Friday 15 August 2014

Our concert review

So we got a review in the Juterbog paper. Here is the link to the original article.  

And here is the English translation, kindly done by Isa Sinclair.

Church with recording quality

The opening event was worth it: The Youth Orchestra from the Canadian City Calgary gave a charity concert for the restoration of the Rühlmann-Organ. Despite the free admission a lot of donations were collected.

A beginning is made: On Thursday a total of 1068,21 Euros was donated for the restoration of the Rühlmann-Organ by the audience of the charity concert in the Nikolai Church of Jüterbog.
More than 200 people came to the Donation-Opening with a Symphony-Concert-Evening.
Among others the Youth Orchestra played works by Beethoven, Mozart but also Bach.

Concert with recording quality

Already with their first piece, the brilliantly played “Reformation-Symphony” by Mendelssohn for the opening, they had the audience on their side. Applause lasting for several minutes rewarded the young musicians. And the Orchestra itself was impressed at the end: Conductor Edmond Agopian praised the excellent acoustics in the church in Jüterbog, “ this here has recording quality”, he raved after the concert. He promised that he would like to come back to Jüterbog with his orchestra one day.
the rest is about the restoration of the organ

Thursday 14 August 2014

August 12th

We got up at 5:00 this morning to beat the crowds to Neuschwanstein. This fairytale castle was built by King Ludwig II, a dreamer and Wagnerophile who died leaving his castle unfinished. It is kind of dreamlike inside as well, a bit out of touch with the real world, and very, very beautiful. Perhaps this quality is what inspired Walt Disney to model his "Sleeping Beauty" castle at Disneyland after Neuschwanstein.

After the castle we went luge riding and ziplining.

The zipline

The Bavarian countryside and towns are beautiful. I don't know about y'all, but I feel like I'd really like to spend some time living here.

(By the way, I was just kidding about the zipline.)

Tuesday 12 August 2014

August 11th

I should mention that at the last two concerts, the audience members have been crowding around Mr A afterward and asking him for autographs and pictures with him. I am told he signs the autographs on behalf of the CYO. What a magnanimous leader (I did have to look up the spelling of that).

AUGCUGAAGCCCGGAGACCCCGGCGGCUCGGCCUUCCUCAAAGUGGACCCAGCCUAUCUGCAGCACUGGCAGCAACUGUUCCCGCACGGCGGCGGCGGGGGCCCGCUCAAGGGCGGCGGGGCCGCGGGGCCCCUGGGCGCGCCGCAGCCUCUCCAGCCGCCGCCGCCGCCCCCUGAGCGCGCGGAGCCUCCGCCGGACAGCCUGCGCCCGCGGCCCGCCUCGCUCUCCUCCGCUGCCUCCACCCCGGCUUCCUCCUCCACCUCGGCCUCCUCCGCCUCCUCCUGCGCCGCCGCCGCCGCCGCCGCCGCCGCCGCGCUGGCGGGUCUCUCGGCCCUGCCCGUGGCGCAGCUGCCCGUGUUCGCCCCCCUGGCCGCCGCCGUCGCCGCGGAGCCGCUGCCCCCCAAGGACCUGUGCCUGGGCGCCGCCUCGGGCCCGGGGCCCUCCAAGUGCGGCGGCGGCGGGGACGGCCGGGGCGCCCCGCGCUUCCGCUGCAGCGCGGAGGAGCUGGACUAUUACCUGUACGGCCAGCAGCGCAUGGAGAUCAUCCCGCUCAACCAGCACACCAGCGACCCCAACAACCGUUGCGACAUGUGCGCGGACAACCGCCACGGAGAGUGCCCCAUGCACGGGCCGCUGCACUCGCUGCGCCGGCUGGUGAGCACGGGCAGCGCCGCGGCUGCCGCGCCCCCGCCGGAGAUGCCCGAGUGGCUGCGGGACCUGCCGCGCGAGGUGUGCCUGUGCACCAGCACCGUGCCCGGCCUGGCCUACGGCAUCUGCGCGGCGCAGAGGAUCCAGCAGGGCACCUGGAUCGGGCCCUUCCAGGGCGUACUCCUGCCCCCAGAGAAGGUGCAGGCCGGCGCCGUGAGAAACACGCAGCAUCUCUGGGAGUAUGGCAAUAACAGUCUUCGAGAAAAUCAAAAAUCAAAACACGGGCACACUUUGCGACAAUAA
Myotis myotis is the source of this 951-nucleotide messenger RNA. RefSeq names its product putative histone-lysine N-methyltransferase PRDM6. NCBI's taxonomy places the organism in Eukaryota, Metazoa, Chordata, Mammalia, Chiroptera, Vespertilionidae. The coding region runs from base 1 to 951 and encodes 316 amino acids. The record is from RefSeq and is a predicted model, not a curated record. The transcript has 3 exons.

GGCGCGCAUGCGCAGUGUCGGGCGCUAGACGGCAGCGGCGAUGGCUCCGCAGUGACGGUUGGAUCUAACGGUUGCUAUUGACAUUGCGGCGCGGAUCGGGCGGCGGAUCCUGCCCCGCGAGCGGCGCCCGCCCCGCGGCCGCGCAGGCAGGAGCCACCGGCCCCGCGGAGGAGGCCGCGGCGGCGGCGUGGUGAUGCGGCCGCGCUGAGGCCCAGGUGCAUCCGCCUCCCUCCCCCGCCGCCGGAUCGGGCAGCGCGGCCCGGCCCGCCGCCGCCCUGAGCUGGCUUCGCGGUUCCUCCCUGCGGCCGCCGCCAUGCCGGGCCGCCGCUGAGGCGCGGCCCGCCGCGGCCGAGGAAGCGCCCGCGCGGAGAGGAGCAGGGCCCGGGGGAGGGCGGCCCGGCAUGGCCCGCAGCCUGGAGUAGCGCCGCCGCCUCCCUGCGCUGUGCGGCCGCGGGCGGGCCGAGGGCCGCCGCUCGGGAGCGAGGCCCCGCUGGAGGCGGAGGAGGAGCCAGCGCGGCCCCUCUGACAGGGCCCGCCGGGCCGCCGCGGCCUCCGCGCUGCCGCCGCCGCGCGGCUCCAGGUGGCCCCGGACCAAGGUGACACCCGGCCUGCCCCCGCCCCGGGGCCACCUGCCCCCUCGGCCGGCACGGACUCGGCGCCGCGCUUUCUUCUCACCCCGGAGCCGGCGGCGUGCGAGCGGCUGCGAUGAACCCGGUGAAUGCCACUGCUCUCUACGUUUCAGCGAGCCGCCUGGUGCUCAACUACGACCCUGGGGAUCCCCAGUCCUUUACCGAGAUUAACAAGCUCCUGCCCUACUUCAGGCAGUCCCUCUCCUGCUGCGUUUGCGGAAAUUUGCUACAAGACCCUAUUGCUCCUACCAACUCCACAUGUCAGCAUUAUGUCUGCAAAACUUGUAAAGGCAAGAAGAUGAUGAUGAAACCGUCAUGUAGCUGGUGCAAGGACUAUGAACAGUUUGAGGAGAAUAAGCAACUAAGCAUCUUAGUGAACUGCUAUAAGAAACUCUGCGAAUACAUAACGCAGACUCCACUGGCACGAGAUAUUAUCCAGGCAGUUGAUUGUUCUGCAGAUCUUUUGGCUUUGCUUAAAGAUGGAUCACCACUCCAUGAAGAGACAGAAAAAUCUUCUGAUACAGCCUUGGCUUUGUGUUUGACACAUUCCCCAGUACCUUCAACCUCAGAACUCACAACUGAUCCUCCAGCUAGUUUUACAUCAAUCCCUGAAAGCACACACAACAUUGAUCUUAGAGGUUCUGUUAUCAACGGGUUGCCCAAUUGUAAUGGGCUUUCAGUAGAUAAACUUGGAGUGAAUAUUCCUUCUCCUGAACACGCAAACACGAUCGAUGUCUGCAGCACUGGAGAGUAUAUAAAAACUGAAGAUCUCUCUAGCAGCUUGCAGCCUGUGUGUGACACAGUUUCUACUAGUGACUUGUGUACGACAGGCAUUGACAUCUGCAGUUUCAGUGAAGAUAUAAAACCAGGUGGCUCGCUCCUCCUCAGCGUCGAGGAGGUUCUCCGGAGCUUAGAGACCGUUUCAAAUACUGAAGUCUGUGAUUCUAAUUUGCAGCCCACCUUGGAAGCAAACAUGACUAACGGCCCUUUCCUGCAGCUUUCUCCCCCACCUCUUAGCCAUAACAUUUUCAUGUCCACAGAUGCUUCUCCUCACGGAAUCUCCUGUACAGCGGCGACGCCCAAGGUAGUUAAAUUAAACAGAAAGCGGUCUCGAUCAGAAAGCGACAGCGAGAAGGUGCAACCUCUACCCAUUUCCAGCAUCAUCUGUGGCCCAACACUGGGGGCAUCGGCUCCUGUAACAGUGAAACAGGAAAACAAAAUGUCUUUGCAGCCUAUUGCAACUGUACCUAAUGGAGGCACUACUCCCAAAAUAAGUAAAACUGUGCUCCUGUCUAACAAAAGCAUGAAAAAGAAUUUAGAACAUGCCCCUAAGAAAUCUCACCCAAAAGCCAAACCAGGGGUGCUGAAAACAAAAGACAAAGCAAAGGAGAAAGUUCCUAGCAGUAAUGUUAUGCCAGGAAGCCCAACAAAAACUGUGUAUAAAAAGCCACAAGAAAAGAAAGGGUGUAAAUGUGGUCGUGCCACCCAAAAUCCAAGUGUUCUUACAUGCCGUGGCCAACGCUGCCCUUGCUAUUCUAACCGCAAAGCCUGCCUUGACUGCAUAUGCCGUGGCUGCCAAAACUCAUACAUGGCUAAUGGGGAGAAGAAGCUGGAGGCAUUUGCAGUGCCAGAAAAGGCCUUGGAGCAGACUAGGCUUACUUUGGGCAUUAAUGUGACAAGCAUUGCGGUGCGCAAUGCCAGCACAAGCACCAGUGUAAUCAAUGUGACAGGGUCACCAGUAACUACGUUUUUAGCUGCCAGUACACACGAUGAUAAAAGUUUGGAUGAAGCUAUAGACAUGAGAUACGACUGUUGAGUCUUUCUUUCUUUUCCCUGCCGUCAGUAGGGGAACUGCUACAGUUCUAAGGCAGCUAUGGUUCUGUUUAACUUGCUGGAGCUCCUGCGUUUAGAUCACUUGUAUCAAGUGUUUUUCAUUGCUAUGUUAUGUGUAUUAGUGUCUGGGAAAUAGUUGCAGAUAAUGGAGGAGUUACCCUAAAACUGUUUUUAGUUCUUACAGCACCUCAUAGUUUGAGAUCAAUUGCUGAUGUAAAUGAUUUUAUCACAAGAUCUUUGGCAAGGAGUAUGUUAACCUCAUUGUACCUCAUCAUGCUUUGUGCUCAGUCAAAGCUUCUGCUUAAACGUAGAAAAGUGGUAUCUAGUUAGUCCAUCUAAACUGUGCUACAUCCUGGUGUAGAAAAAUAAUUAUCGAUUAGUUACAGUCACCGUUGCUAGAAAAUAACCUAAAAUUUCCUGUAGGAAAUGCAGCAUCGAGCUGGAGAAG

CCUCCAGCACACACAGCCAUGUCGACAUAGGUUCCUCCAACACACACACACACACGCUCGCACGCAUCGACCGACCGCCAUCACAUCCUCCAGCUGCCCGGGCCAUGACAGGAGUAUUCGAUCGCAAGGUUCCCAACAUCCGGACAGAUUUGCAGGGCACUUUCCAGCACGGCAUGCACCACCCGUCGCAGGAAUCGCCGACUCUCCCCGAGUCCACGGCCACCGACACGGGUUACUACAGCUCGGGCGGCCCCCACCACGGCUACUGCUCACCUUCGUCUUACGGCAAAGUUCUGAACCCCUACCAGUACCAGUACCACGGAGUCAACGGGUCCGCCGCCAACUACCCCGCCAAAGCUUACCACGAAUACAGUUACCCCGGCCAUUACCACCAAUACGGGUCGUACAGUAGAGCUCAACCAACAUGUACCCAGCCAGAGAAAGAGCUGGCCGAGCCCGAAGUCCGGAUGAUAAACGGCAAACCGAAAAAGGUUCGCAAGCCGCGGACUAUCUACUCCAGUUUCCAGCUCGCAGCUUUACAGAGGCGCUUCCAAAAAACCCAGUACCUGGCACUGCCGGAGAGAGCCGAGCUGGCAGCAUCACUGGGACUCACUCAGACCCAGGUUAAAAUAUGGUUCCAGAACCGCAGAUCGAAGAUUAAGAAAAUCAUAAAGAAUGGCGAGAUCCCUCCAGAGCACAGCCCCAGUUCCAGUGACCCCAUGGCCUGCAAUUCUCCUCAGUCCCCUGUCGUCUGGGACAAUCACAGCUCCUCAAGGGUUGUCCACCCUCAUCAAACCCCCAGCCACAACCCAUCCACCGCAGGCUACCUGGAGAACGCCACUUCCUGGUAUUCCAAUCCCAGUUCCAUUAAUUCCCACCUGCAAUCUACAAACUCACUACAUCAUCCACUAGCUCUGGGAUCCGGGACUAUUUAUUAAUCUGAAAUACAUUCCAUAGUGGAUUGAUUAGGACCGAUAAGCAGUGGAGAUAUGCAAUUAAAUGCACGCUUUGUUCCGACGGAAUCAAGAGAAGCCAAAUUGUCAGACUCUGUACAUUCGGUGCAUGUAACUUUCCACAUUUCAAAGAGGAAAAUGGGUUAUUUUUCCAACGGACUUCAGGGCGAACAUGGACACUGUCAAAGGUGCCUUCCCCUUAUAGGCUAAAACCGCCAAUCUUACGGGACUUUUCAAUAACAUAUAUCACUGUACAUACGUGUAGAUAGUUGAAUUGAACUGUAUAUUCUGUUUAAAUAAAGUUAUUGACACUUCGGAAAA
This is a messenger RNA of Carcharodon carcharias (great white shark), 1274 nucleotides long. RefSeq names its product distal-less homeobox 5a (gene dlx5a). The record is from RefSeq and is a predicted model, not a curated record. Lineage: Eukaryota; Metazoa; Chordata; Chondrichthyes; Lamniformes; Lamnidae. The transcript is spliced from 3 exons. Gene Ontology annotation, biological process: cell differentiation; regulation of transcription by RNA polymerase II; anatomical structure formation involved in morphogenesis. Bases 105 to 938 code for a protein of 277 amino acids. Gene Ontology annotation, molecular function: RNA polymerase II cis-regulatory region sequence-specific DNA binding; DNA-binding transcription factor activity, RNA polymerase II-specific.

This morning we went to the Dachau concentration camp, the first of its kind and the model for all the others. Personally I found it a very moving and disturbing experience - "gross" was the word that came to mind. I think everyone was similarly affected. 

It rained while we were there and kept on raining throughout the day. We had a few hours free in the afternoon, so we donned slickers, unsheathed umbrellas and carried on bravely. There are a lot of beautiful churches in downtown Munich. We also got to see the theatre where Mozart's Idomeneo (on our concert program) was first performed. 

The final concert of the tour was today, at the Golden Hall in Augsburg. Now there's a nice concert venue. It was our most spectacular performance yet. Congratulations, hugs, kisses and tears all round. 

I could not bring myself to take any pictures at Dachau but here are the ones I did take. I am hoping to get a lot of pictures from everyone else which I will continue to post after the tour. 

Sunday 10 August 2014

August 10th

This morning we had to leave Leipzig. There's just never enough time to see and do and absorb everything we want to!

Spent a good chunk of the day in Weimar, where Bach worked, where he rotted in jail for a month and where his sons CPE and WF were born. Liszt also lived and worked here and we visited his apartments which have been turned into a museum. All the furniture was original, save the electric light stands, and was arranged in the same formation as it was when Liszt lived there.

On the way to Munich we stopped in Bayreuth for a photo opp with the Festspielhaus. What a neat building! 

August 9th

This is without a doubt the only non-bus day we will spend. We got to have an entire day in Leipzig, with walking tour, free time and concert in the evening. Probably the most amazing thing was St Thomas Church, where Bach was Kapellmeister for many years and where his bones lie today. We also got to visit the Bach museum and the Mendelssohn museum. This latter is located in the apartment where the composer lived and worked in Leipzig, and included an interactive conducting simulation. There was a baton, electronic scores and a roomful of tall speakers set up to resemble an orchestra, one for each section. One of the available pieces was the 4th movement of Reformation symphony, which is on our concert program for this tour. So naturally, we all clustered around our respective section-speakers and clamoured for Mr. A to take the baton. What a riot! The recording adjusts its speed according to your beats, and certain sections will play louder if you point at them. Everyone was laughing their heads off as EA tried to get the recording to behave. He is probably the only person ever to use that simulation that is better at conducting a real live orchestra than a recording. (For the record, getting a teenage symphony orchestra to play well is exponentially more difficult, and Mr. A does this with ease.)

Here are some pictures of the Thomaskirche and of our concert. After the tour I will add more. Keep them coming!